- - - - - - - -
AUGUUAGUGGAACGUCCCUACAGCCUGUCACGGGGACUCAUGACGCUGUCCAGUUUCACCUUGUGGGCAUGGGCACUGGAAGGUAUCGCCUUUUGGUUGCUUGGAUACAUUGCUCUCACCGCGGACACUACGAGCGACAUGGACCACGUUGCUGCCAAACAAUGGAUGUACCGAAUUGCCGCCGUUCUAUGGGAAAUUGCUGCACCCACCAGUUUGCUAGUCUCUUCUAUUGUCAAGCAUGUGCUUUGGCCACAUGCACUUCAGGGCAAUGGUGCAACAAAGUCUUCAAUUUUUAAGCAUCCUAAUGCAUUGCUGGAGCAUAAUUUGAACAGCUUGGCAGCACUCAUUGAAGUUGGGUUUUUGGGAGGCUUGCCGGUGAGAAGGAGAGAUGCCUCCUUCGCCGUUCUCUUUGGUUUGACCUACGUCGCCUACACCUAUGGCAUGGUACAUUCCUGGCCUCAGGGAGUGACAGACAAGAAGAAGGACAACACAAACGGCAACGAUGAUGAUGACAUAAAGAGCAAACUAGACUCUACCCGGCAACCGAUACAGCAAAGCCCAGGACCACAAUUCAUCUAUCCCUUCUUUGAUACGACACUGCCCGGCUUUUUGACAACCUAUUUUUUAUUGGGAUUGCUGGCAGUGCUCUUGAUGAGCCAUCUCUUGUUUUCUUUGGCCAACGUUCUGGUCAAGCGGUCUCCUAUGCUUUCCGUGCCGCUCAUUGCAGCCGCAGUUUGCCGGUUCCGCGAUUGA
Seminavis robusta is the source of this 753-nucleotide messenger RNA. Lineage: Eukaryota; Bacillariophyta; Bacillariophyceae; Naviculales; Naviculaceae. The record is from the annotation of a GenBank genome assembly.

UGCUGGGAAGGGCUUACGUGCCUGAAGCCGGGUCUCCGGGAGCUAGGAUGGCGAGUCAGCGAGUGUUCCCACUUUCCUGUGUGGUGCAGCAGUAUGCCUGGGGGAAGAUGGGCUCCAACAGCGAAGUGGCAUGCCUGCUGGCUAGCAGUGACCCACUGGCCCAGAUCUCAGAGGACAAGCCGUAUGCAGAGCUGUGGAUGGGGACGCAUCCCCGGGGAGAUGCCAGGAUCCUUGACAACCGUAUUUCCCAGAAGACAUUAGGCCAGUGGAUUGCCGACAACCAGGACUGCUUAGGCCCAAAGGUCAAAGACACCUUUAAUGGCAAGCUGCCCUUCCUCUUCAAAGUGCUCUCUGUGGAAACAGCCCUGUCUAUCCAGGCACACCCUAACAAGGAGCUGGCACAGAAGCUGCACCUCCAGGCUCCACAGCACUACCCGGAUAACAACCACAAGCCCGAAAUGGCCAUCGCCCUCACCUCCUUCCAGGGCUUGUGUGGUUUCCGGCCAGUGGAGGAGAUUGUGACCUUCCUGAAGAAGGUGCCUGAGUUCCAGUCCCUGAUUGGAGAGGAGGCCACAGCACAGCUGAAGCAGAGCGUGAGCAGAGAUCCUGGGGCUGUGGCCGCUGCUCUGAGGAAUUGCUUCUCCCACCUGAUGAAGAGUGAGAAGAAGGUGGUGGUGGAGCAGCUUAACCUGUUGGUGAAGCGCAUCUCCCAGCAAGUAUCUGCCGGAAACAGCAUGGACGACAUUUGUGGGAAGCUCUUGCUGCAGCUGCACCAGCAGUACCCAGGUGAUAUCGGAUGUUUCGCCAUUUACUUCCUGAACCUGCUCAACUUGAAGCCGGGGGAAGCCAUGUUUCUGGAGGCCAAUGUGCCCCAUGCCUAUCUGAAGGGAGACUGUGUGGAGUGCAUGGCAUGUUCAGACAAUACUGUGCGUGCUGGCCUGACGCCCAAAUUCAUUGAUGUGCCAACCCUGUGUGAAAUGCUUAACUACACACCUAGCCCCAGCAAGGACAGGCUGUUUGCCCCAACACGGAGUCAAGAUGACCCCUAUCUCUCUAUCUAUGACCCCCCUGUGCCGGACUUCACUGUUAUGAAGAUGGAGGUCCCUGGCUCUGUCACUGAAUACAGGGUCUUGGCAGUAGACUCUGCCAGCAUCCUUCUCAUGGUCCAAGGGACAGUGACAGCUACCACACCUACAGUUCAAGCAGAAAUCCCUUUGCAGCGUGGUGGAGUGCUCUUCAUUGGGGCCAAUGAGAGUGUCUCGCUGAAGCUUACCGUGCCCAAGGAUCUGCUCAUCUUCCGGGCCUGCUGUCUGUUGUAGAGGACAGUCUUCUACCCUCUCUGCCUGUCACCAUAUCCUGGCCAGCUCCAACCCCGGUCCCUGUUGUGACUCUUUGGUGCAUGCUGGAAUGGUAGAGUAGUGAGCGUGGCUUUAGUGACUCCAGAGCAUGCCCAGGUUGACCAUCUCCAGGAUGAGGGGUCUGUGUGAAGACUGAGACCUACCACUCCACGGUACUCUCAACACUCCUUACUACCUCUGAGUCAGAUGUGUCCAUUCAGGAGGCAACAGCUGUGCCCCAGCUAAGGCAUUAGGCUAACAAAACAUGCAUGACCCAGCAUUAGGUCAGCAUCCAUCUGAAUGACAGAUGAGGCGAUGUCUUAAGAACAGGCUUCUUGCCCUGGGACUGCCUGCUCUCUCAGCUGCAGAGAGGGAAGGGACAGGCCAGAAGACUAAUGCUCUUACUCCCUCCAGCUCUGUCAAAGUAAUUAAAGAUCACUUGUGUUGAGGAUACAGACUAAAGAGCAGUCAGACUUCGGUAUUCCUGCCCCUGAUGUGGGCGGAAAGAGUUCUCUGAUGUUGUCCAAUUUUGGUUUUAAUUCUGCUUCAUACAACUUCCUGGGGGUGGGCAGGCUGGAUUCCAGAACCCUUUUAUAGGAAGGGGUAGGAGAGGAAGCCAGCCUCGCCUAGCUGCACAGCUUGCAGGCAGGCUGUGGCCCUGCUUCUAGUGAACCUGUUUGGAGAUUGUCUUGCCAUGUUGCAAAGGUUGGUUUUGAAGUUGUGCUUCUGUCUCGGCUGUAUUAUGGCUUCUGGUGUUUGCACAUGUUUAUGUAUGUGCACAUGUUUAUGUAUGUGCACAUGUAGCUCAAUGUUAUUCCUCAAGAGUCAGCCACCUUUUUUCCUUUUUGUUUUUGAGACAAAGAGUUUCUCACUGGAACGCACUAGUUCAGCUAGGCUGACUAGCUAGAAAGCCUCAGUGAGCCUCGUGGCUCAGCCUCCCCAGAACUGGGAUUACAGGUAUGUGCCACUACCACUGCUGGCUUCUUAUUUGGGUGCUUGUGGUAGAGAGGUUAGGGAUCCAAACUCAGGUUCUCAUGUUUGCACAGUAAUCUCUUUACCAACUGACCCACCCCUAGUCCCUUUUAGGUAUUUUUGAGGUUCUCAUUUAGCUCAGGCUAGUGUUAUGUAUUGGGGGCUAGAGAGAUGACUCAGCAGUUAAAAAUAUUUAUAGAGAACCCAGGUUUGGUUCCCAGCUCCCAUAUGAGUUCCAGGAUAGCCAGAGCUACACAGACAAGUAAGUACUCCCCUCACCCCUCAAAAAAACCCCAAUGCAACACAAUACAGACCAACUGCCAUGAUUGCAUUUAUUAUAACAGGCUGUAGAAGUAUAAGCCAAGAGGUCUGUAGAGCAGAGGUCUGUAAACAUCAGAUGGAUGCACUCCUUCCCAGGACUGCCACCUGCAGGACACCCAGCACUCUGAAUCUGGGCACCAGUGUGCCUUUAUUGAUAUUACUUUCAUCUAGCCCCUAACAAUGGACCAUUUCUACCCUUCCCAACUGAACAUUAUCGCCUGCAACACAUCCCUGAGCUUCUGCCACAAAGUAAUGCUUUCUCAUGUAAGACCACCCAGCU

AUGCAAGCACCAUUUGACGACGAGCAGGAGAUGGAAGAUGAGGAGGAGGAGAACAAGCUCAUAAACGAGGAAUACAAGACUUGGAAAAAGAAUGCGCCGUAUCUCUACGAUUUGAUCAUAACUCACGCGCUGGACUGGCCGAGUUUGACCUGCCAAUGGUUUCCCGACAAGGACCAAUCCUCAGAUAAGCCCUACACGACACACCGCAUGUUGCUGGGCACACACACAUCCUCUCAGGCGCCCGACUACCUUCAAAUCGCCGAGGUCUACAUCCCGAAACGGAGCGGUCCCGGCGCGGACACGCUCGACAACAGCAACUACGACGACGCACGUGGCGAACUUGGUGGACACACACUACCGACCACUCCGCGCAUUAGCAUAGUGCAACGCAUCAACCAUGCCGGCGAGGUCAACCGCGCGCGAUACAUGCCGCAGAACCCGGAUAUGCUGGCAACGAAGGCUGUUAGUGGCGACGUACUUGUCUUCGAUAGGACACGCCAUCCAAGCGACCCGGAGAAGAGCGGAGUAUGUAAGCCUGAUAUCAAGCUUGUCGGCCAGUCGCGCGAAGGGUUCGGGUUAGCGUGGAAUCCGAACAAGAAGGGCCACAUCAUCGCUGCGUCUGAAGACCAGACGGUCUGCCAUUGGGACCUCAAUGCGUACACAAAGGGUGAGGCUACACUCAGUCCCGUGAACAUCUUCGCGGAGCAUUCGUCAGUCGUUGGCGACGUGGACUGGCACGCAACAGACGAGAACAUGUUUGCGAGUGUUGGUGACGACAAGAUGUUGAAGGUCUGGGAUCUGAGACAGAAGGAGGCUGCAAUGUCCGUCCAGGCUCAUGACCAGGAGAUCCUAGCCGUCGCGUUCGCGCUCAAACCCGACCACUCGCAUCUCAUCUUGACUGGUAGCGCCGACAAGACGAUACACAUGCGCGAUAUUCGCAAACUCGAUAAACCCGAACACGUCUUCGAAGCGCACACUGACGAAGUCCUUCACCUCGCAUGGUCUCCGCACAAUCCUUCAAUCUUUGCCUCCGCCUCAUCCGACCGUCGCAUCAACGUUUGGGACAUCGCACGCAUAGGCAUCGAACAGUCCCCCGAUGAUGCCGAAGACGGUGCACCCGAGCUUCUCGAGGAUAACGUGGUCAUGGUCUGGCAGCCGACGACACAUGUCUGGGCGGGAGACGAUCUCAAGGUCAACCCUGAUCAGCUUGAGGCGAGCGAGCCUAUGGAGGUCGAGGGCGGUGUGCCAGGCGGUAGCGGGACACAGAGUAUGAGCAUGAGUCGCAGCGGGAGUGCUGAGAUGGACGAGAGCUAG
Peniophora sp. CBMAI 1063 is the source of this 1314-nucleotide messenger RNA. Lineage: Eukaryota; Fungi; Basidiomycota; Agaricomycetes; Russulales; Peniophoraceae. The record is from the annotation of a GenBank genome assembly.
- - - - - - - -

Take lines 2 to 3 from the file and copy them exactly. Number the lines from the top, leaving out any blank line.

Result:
Seminavis robusta is the source of this 753-nucleotide messenger RNA. Lineage: Eukaryota; Bacillariophyta; Bacillariophyceae; Naviculales; Naviculaceae. The record is from the annotation of a GenBank genome assembly.

UGCUGGGAAGGGCUUACGUGCCUGAAGCCGGGUCUCCGGGAGCUAGGAUGGCGAGUCAGCGAGUGUUCCCACUUUCCUGUGUGGUGCAGCAGUAUGCCUGGGGGAAGAUGGGCUCCAACAGCGAAGUGGCAUGCCUGCUGGCUAGCAGUGACCCACUGGCCCAGAUCUCAGAGGACAAGCCGUAUGCAGAGCUGUGGAUGGGGACGCAUCCCCGGGGAGAUGCCAGGAUCCUUGACAACCGUAUUUCCCAGAAGACAUUAGGCCAGUGGAUUGCCGACAACCAGGACUGCUUAGGCCCAAAGGUCAAAGACACCUUUAAUGGCAAGCUGCCCUUCCUCUUCAAAGUGCUCUCUGUGGAAACAGCCCUGUCUAUCCAGGCACACCCUAACAAGGAGCUGGCACAGAAGCUGCACCUCCAGGCUCCACAGCACUACCCGGAUAACAACCACAAGCCCGAAAUGGCCAUCGCCCUCACCUCCUUCCAGGGCUUGUGUGGUUUCCGGCCAGUGGAGGAGAUUGUGACCUUCCUGAAGAAGGUGCCUGAGUUCCAGUCCCUGAUUGGAGAGGAGGCCACAGCACAGCUGAAGCAGAGCGUGAGCAGAGAUCCUGGGGCUGUGGCCGCUGCUCUGAGGAAUUGCUUCUCCCACCUGAUGAAGAGUGAGAAGAAGGUGGUGGUGGAGCAGCUUAACCUGUUGGUGAAGCGCAUCUCCCAGCAAGUAUCUGCCGGAAACAGCAUGGACGACAUUUGUGGGAAGCUCUUGCUGCAGCUGCACCAGCAGUACCCAGGUGAUAUCGGAUGUUUCGCCAUUUACUUCCUGAACCUGCUCAACUUGAAGCCGGGGGAAGCCAUGUUUCUGGAGGCCAAUGUGCCCCAUGCCUAUCUGAAGGGAGACUGUGUGGAGUGCAUGGCAUGUUCAGACAAUACUGUGCGUGCUGGCCUGACGCCCAAAUUCAUUGAUGUGCCAACCCUGUGUGAAAUGCUUAACUACACACCUAGCCCCAGCAAGGACAGGCUGUUUGCCCCAACACGGAGUCAAGAUGACCCCUAUCUCUCUAUCUAUGACCCCCCUGUGCCGGACUUCACUGUUAUGAAGAUGGAGGUCCCUGGCUCUGUCACUGAAUACAGGGUCUUGGCAGUAGACUCUGCCAGCAUCCUUCUCAUGGUCCAAGGGACAGUGACAGCUACCACACCUACAGUUCAAGCAGAAAUCCCUUUGCAGCGUGGUGGAGUGCUCUUCAUUGGGGCCAAUGAGAGUGUCUCGCUGAAGCUUACCGUGCCCAAGGAUCUGCUCAUCUUCCGGGCCUGCUGUCUGUUGUAGAGGACAGUCUUCUACCCUCUCUGCCUGUCACCAUAUCCUGGCCAGCUCCAACCCCGGUCCCUGUUGUGACUCUUUGGUGCAUGCUGGAAUGGUAGAGUAGUGAGCGUGGCUUUAGUGACUCCAGAGCAUGCCCAGGUUGACCAUCUCCAGGAUGAGGGGUCUGUGUGAAGACUGAGACCUACCACUCCACGGUACUCUCAACACUCCUUACUACCUCUGAGUCAGAUGUGUCCAUUCAGGAGGCAACAGCUGUGCCCCAGCUAAGGCAUUAGGCUAACAAAACAUGCAUGACCCAGCAUUAGGUCAGCAUCCAUCUGAAUGACAGAUGAGGCGAUGUCUUAAGAACAGGCUUCUUGCCCUGGGACUGCCUGCUCUCUCAGCUGCAGAGAGGGAAGGGACAGGCCAGAAGACUAAUGCUCUUACUCCCUCCAGCUCUGUCAAAGUAAUUAAAGAUCACUUGUGUUGAGGAUACAGACUAAAGAGCAGUCAGACUUCGGUAUUCCUGCCCCUGAUGUGGGCGGAAAGAGUUCUCUGAUGUUGUCCAAUUUUGGUUUUAAUUCUGCUUCAUACAACUUCCUGGGGGUGGGCAGGCUGGAUUCCAGAACCCUUUUAUAGGAAGGGGUAGGAGAGGAAGCCAGCCUCGCCUAGCUGCACAGCUUGCAGGCAGGCUGUGGCCCUGCUUCUAGUGAACCUGUUUGGAGAUUGUCUUGCCAUGUUGCAAAGGUUGGUUUUGAAGUUGUGCUUCUGUCUCGGCUGUAUUAUGGCUUCUGGUGUUUGCACAUGUUUAUGUAUGUGCACAUGUUUAUGUAUGUGCACAUGUAGCUCAAUGUUAUUCCUCAAGAGUCAGCCACCUUUUUUCCUUUUUGUUUUUGAGACAAAGAGUUUCUCACUGGAACGCACUAGUUCAGCUAGGCUGACUAGCUAGAAAGCCUCAGUGAGCCUCGUGGCUCAGCCUCCCCAGAACUGGGAUUACAGGUAUGUGCCACUACCACUGCUGGCUUCUUAUUUGGGUGCUUGUGGUAGAGAGGUUAGGGAUCCAAACUCAGGUUCUCAUGUUUGCACAGUAAUCUCUUUACCAACUGACCCACCCCUAGUCCCUUUUAGGUAUUUUUGAGGUUCUCAUUUAGCUCAGGCUAGUGUUAUGUAUUGGGGGCUAGAGAGAUGACUCAGCAGUUAAAAAUAUUUAUAGAGAACCCAGGUUUGGUUCCCAGCUCCCAUAUGAGUUCCAGGAUAGCCAGAGCUACACAGACAAGUAAGUACUCCCCUCACCCCUCAAAAAAACCCCAAUGCAACACAAUACAGACCAACUGCCAUGAUUGCAUUUAUUAUAACAGGCUGUAGAAGUAUAAGCCAAGAGGUCUGUAGAGCAGAGGUCUGUAAACAUCAGAUGGAUGCACUCCUUCCCAGGACUGCCACCUGCAGGACACCCAGCACUCUGAAUCUGGGCACCAGUGUGCCUUUAUUGAUAUUACUUUCAUCUAGCCCCUAACAAUGGACCAUUUCUACCCUUCCCAACUGAACAUUAUCGCCUGCAACACAUCCCUGAGCUUCUGCCACAAAGUAAUGCUUUCUCAUGUAAGACCACCCAGCU